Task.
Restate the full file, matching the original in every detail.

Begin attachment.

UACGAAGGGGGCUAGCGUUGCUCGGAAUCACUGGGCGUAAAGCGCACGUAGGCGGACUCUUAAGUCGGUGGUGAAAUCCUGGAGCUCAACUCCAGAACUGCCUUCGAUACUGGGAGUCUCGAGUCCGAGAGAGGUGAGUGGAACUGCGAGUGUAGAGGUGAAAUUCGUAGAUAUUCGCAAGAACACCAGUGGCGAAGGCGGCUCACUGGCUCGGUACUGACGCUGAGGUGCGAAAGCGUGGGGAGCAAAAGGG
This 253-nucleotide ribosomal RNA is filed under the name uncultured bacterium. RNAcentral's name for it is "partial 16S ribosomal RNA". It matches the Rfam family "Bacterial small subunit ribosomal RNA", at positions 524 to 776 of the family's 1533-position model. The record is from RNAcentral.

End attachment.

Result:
UACGAAGGGGGCUAGCGUUGCUCGGAAUCACUGGGCGUAAAGCGCACGUAGGCGGACUCUUAAGUCGGUGGUGAAAUCCUGGAGCUCAACUCCAGAACUGCCUUCGAUACUGGGAGUCUCGAGUCCGAGAGAGGUGAGUGGAACUGCGAGUGUAGAGGUGAAAUUCGUAGAUAUUCGCAAGAACACCAGUGGCGAAGGCGGCUCACUGGCUCGGUACUGACGCUGAGGUGCGAAAGCGUGGGGAGCAAAAGGG
This 253-nucleotide ribosomal RNA is filed under the name uncultured bacterium. RNAcentral's name for it is "partial 16S ribosomal RNA". It matches the Rfam family "Bacterial small subunit ribosomal RNA", at positions 524 to 776 of the family's 1533-position model. The record is from RNAcentral.